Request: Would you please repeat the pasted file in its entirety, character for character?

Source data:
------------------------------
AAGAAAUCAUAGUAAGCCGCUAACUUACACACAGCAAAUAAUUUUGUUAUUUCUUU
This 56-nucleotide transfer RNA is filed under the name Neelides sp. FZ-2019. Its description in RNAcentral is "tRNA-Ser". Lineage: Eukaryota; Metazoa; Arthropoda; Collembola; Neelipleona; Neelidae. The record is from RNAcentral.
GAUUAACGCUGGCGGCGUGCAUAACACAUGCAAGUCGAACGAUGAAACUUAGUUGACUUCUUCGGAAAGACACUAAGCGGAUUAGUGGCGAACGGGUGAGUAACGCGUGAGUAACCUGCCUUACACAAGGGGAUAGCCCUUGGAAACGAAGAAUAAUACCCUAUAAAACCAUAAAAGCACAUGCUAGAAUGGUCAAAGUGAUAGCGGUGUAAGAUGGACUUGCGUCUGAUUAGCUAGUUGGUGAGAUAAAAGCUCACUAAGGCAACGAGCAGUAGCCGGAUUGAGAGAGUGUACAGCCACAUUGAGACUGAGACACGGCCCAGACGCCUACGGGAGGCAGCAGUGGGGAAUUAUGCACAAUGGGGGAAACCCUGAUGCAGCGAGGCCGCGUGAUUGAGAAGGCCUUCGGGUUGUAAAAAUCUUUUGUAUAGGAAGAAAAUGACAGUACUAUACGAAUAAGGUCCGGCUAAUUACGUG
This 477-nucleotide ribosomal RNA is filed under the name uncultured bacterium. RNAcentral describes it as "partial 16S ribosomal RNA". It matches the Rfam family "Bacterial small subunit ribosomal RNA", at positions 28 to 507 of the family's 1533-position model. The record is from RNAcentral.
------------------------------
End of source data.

AAGAAAUCAUAGUAAGCCGCUAACUUACACACAGCAAAUAAUUUUGUUAUUUCUUU
This 56-nucleotide transfer RNA is filed under the name Neelides sp. FZ-2019. Its description in RNAcentral is "tRNA-Ser". Lineage: Eukaryota; Metazoa; Arthropoda; Collembola; Neelipleona; Neelidae. The record is from RNAcentral.
GAUUAACGCUGGCGGCGUGCAUAACACAUGCAAGUCGAACGAUGAAACUUAGUUGACUUCUUCGGAAAGACACUAAGCGGAUUAGUGGCGAACGGGUGAGUAACGCGUGAGUAACCUGCCUUACACAAGGGGAUAGCCCUUGGAAACGAAGAAUAAUACCCUAUAAAACCAUAAAAGCACAUGCUAGAAUGGUCAAAGUGAUAGCGGUGUAAGAUGGACUUGCGUCUGAUUAGCUAGUUGGUGAGAUAAAAGCUCACUAAGGCAACGAGCAGUAGCCGGAUUGAGAGAGUGUACAGCCACAUUGAGACUGAGACACGGCCCAGACGCCUACGGGAGGCAGCAGUGGGGAAUUAUGCACAAUGGGGGAAACCCUGAUGCAGCGAGGCCGCGUGAUUGAGAAGGCCUUCGGGUUGUAAAAAUCUUUUGUAUAGGAAGAAAAUGACAGUACUAUACGAAUAAGGUCCGGCUAAUUACGUG
This 477-nucleotide ribosomal RNA is filed under the name uncultured bacterium. RNAcentral describes it as "partial 16S ribosomal RNA". It matches the Rfam family "Bacterial small subunit ribosomal RNA", at positions 28 to 507 of the family's 1533-position model. The record is from RNAcentral.